Lebanese fashion sector ready for the runway, but lacks access to financial market
Huwaida, daughter of Lebanese diva Sabah, poses next to her mother's dress upon arriving for the Beirut International Awards Festivals (BIAF) on June 12, 2015, at Zaitunay Bay in Beirut. (AFP/Anwar Amro)
Lebanon’s fashion industry benefits from the local quality of life and availability of human capital but remains hamstrung by a lack of market accessibility, weak professional support and limited access to finance, a survey has shown.
The survey, conducted by Endeavor Lebanon, covered 57 local fashion and accessories designers for women, as well as five experts from the fashion industry. It only covered companies whose founders are the designers themselves.
Also, 30 percent of surveyed participants specialized in ready-to-wear items, 25 percent in both couture and ready-to-wear garments and 11 percent in couture only, while 34 percent specialized in accessories.
Endeavor noted the lack of official statistics on the number of fashion houses in Lebanon and on the market’s size.
The survey indicated that Lebanon’s reputation as a fashion hub encouraged several Lebanese designers to set up their companies in the country.
It also noted that many designers view the small size of the local market as a positive factor, given that it facilitates contacts with suppliers.
In addition, fashion designers said that the availability of contacts in Lebanon through word-of-mouth and a strong social network constitute advantages for establishing their businesses in the country, as reported by Lebanon This Week, the economic publication of the Byblos Bank Group.
Overall, 70 percent of fashion designers believe that the local culture provides a favorable environment for their business.
Further, the survey pointed out that the perception of fashion designers about the availability of human capital in Lebanon varies across subsectors.
It noted that most accessories and couture designers said that talent is available in Lebanon.
In contrast, only 38 percent of designers in ready-to-wear items believe that talent is available in the country, given that the majority of workers are not trained to manufacture this type of garments.
Also, 17 percent of surveyed participants had a degree in architecture, interior design or graphic design, but later pursued a career in fashion design.
In parallel, the survey indicated that fashion designers face challenges with their supply chain and with their access to customers locally and abroad.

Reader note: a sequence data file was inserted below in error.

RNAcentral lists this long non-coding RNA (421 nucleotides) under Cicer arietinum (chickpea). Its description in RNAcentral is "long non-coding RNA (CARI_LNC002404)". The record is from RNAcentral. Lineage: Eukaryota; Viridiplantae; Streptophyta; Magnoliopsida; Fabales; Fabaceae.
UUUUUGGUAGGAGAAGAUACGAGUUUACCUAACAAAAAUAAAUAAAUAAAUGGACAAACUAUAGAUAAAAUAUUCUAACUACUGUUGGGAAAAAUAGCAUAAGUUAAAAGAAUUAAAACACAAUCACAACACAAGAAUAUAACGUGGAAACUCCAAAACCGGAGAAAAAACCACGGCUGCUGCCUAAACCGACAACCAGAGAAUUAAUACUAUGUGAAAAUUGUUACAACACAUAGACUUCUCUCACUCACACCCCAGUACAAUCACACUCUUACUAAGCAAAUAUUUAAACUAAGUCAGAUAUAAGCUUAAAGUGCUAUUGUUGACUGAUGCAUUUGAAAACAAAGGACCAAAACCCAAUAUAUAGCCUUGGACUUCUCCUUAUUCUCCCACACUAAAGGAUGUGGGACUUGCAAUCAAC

It said that most fashion designers get fabrics from local suppliers, but they consider that they do not have a wide choice and that the merchandise is overpriced.
Also, it noted that designers who outsource their production to craftsmen, ateliers or clothing factories face several challenges that include failure to deliver orders on time, inconsistent quality, lack of transparency in terms of pricing and theft of ideas through design copying.
The survey showed that about 60 percent of participants indicated that the production costs in Lebanon are high, which is leading to high retail prices.
Further, designers who specialize in ready-to-wear garments said that they have difficulties accessing Lebanese boutiques, given that boutiques are often reluctant to offer Lebanese designs.
In addition, designers indicated that their most important market is the Gulf Cooperation Council economies, but added that they have a presence in other markets as well.
As such, 32 percent of designers are present in GCC countries, 25 percent in Europe, 15 percent in Asia, 13 percent in the United States, 11 percent in Russia and 6 percent each in North Africa and South America.
Also, 34 percent of designers have a presence online, but most of them said that online sales have not yet picked up in the region.
The survey indicated that regulatory issues deter access to foreign markets, including inadequate customs regulations.
In addition, more than 75 percent of designers noted the limited availability of professional support. Also, 50 percent of designers consider that their type of business lacks proper access to finance, while 17 percent of designers consider that access to finance is available.
The survey revealed that most designers have relied on their personal or their family funds to finance their fashion business, and that they have decided to grow their business organically.
It noted that 7 percent of designers benefited from a subsidized loan from the Kafalat corporation, while most designers said they did not qualify for such a loan but had access to personal loans from their banks. It added that only one designer received an investment from a professional firm and three companies had investments from angel investors.
Further, the survey showed that 33 percent of designers had between one and five employees relative to 31 percent who had no employees at all.
Also, 18 percent of designers had between 6 and 10 employees, 10 percent had between 11 and 20 employees, 3 percent had between 21 and 50 employees and 5 percent had more than 50 employees.
In addition, 66 percent of designers established their business between 2008 and 2013, 27 percent formed their company between 2000 and 2007, and 7 percent established their firm before the year 2000.
Endeavor Lebanon, which is part of the international nonprofit organization Endeavor Global, identifies and supports promising entrepreneurs and firms in Lebanon.
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